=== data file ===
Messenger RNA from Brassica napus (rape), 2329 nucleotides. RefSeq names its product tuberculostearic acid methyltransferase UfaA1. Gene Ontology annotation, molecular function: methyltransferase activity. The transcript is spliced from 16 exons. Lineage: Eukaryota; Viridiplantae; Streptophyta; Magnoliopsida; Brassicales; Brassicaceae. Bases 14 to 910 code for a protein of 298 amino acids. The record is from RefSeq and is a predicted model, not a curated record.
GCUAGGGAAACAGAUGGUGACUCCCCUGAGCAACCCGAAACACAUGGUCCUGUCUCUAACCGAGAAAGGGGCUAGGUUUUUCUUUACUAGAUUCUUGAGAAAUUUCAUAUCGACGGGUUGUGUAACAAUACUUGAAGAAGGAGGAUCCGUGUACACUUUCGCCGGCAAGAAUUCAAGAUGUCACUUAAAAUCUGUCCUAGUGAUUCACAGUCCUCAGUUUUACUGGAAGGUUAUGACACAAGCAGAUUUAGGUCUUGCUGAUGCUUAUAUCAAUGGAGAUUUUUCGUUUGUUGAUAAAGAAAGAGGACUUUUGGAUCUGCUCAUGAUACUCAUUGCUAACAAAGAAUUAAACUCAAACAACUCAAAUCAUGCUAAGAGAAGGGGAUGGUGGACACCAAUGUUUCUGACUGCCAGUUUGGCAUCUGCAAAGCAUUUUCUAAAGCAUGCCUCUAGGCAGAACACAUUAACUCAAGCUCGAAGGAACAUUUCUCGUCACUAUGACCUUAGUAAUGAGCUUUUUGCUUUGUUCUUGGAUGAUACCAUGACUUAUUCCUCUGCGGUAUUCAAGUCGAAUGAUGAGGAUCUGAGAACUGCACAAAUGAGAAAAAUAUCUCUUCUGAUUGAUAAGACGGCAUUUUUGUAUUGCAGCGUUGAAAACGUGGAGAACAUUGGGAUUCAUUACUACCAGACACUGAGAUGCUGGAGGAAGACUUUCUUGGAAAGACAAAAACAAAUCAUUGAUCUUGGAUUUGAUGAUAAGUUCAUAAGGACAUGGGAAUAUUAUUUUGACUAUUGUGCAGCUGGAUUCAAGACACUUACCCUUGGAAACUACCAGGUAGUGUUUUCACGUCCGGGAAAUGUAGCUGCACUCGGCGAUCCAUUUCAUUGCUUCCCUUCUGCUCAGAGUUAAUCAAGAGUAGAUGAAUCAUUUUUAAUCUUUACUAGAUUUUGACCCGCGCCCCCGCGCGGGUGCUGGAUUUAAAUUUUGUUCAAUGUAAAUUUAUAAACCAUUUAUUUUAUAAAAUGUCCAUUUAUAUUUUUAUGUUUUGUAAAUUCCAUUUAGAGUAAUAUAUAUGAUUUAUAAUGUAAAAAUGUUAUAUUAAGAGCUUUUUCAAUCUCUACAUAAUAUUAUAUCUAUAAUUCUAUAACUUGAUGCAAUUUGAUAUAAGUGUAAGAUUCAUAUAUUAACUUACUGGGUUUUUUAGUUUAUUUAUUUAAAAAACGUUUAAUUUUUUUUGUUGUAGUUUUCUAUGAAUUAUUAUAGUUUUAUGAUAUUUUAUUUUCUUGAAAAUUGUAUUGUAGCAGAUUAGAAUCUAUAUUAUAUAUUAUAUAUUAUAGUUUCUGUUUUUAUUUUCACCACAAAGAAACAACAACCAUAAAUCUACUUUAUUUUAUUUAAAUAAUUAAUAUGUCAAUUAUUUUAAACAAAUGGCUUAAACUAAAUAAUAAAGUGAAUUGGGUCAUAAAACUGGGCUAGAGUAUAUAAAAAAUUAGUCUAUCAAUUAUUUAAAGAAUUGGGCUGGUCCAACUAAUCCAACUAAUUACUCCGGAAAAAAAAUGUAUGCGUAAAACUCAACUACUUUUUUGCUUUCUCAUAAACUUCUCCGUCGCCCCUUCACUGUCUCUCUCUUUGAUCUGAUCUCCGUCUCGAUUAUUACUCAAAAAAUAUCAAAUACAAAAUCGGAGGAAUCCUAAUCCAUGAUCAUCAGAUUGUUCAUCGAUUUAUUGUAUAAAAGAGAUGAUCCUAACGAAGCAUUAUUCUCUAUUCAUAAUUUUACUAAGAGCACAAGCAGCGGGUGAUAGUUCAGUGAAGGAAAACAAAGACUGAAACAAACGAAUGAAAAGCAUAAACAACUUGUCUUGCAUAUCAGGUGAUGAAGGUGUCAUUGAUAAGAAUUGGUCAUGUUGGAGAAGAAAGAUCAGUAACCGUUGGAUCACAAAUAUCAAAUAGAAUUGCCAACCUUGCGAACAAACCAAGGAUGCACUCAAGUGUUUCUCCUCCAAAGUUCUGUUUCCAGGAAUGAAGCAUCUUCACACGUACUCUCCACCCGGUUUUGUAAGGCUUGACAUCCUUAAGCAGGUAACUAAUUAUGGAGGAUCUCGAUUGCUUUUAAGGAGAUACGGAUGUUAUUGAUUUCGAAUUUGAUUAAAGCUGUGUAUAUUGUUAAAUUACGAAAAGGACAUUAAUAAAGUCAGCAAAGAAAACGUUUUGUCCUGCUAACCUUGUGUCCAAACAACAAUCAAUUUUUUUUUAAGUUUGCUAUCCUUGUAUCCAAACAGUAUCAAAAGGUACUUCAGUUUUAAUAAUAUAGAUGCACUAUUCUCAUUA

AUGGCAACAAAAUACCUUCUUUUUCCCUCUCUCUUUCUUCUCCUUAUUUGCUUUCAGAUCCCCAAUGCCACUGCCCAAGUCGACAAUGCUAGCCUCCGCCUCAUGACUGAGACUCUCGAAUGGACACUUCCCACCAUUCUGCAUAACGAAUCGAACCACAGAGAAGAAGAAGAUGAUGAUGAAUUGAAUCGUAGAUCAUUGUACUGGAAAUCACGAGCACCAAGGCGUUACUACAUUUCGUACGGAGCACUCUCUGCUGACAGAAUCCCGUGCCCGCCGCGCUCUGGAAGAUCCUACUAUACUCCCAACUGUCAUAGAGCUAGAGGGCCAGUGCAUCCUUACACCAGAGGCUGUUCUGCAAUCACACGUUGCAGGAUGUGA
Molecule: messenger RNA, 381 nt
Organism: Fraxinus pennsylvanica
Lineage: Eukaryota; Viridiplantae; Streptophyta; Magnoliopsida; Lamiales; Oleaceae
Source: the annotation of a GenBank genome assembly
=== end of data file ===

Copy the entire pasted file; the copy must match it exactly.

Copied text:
Messenger RNA from Brassica napus (rape), 2329 nucleotides. RefSeq names its product tuberculostearic acid methyltransferase UfaA1. Gene Ontology annotation, molecular function: methyltransferase activity. The transcript is spliced from 16 exons. Lineage: Eukaryota; Viridiplantae; Streptophyta; Magnoliopsida; Brassicales; Brassicaceae. Bases 14 to 910 code for a protein of 298 amino acids. The record is from RefSeq and is a predicted model, not a curated record.
GCUAGGGAAACAGAUGGUGACUCCCCUGAGCAACCCGAAACACAUGGUCCUGUCUCUAACCGAGAAAGGGGCUAGGUUUUUCUUUACUAGAUUCUUGAGAAAUUUCAUAUCGACGGGUUGUGUAACAAUACUUGAAGAAGGAGGAUCCGUGUACACUUUCGCCGGCAAGAAUUCAAGAUGUCACUUAAAAUCUGUCCUAGUGAUUCACAGUCCUCAGUUUUACUGGAAGGUUAUGACACAAGCAGAUUUAGGUCUUGCUGAUGCUUAUAUCAAUGGAGAUUUUUCGUUUGUUGAUAAAGAAAGAGGACUUUUGGAUCUGCUCAUGAUACUCAUUGCUAACAAAGAAUUAAACUCAAACAACUCAAAUCAUGCUAAGAGAAGGGGAUGGUGGACACCAAUGUUUCUGACUGCCAGUUUGGCAUCUGCAAAGCAUUUUCUAAAGCAUGCCUCUAGGCAGAACACAUUAACUCAAGCUCGAAGGAACAUUUCUCGUCACUAUGACCUUAGUAAUGAGCUUUUUGCUUUGUUCUUGGAUGAUACCAUGACUUAUUCCUCUGCGGUAUUCAAGUCGAAUGAUGAGGAUCUGAGAACUGCACAAAUGAGAAAAAUAUCUCUUCUGAUUGAUAAGACGGCAUUUUUGUAUUGCAGCGUUGAAAACGUGGAGAACAUUGGGAUUCAUUACUACCAGACACUGAGAUGCUGGAGGAAGACUUUCUUGGAAAGACAAAAACAAAUCAUUGAUCUUGGAUUUGAUGAUAAGUUCAUAAGGACAUGGGAAUAUUAUUUUGACUAUUGUGCAGCUGGAUUCAAGACACUUACCCUUGGAAACUACCAGGUAGUGUUUUCACGUCCGGGAAAUGUAGCUGCACUCGGCGAUCCAUUUCAUUGCUUCCCUUCUGCUCAGAGUUAAUCAAGAGUAGAUGAAUCAUUUUUAAUCUUUACUAGAUUUUGACCCGCGCCCCCGCGCGGGUGCUGGAUUUAAAUUUUGUUCAAUGUAAAUUUAUAAACCAUUUAUUUUAUAAAAUGUCCAUUUAUAUUUUUAUGUUUUGUAAAUUCCAUUUAGAGUAAUAUAUAUGAUUUAUAAUGUAAAAAUGUUAUAUUAAGAGCUUUUUCAAUCUCUACAUAAUAUUAUAUCUAUAAUUCUAUAACUUGAUGCAAUUUGAUAUAAGUGUAAGAUUCAUAUAUUAACUUACUGGGUUUUUUAGUUUAUUUAUUUAAAAAACGUUUAAUUUUUUUUGUUGUAGUUUUCUAUGAAUUAUUAUAGUUUUAUGAUAUUUUAUUUUCUUGAAAAUUGUAUUGUAGCAGAUUAGAAUCUAUAUUAUAUAUUAUAUAUUAUAGUUUCUGUUUUUAUUUUCACCACAAAGAAACAACAACCAUAAAUCUACUUUAUUUUAUUUAAAUAAUUAAUAUGUCAAUUAUUUUAAACAAAUGGCUUAAACUAAAUAAUAAAGUGAAUUGGGUCAUAAAACUGGGCUAGAGUAUAUAAAAAAUUAGUCUAUCAAUUAUUUAAAGAAUUGGGCUGGUCCAACUAAUCCAACUAAUUACUCCGGAAAAAAAAUGUAUGCGUAAAACUCAACUACUUUUUUGCUUUCUCAUAAACUUCUCCGUCGCCCCUUCACUGUCUCUCUCUUUGAUCUGAUCUCCGUCUCGAUUAUUACUCAAAAAAUAUCAAAUACAAAAUCGGAGGAAUCCUAAUCCAUGAUCAUCAGAUUGUUCAUCGAUUUAUUGUAUAAAAGAGAUGAUCCUAACGAAGCAUUAUUCUCUAUUCAUAAUUUUACUAAGAGCACAAGCAGCGGGUGAUAGUUCAGUGAAGGAAAACAAAGACUGAAACAAACGAAUGAAAAGCAUAAACAACUUGUCUUGCAUAUCAGGUGAUGAAGGUGUCAUUGAUAAGAAUUGGUCAUGUUGGAGAAGAAAGAUCAGUAACCGUUGGAUCACAAAUAUCAAAUAGAAUUGCCAACCUUGCGAACAAACCAAGGAUGCACUCAAGUGUUUCUCCUCCAAAGUUCUGUUUCCAGGAAUGAAGCAUCUUCACACGUACUCUCCACCCGGUUUUGUAAGGCUUGACAUCCUUAAGCAGGUAACUAAUUAUGGAGGAUCUCGAUUGCUUUUAAGGAGAUACGGAUGUUAUUGAUUUCGAAUUUGAUUAAAGCUGUGUAUAUUGUUAAAUUACGAAAAGGACAUUAAUAAAGUCAGCAAAGAAAACGUUUUGUCCUGCUAACCUUGUGUCCAAACAACAAUCAAUUUUUUUUUAAGUUUGCUAUCCUUGUAUCCAAACAGUAUCAAAAGGUACUUCAGUUUUAAUAAUAUAGAUGCACUAUUCUCAUUA

AUGGCAACAAAAUACCUUCUUUUUCCCUCUCUCUUUCUUCUCCUUAUUUGCUUUCAGAUCCCCAAUGCCACUGCCCAAGUCGACAAUGCUAGCCUCCGCCUCAUGACUGAGACUCUCGAAUGGACACUUCCCACCAUUCUGCAUAACGAAUCGAACCACAGAGAAGAAGAAGAUGAUGAUGAAUUGAAUCGUAGAUCAUUGUACUGGAAAUCACGAGCACCAAGGCGUUACUACAUUUCGUACGGAGCACUCUCUGCUGACAGAAUCCCGUGCCCGCCGCGCUCUGGAAGAUCCUACUAUACUCCCAACUGUCAUAGAGCUAGAGGGCCAGUGCAUCCUUACACCAGAGGCUGUUCUGCAAUCACACGUUGCAGGAUGUGA
Molecule: messenger RNA, 381 nt
Organism: Fraxinus pennsylvanica
Lineage: Eukaryota; Viridiplantae; Streptophyta; Magnoliopsida; Lamiales; Oleaceae
Source: the annotation of a GenBank genome assembly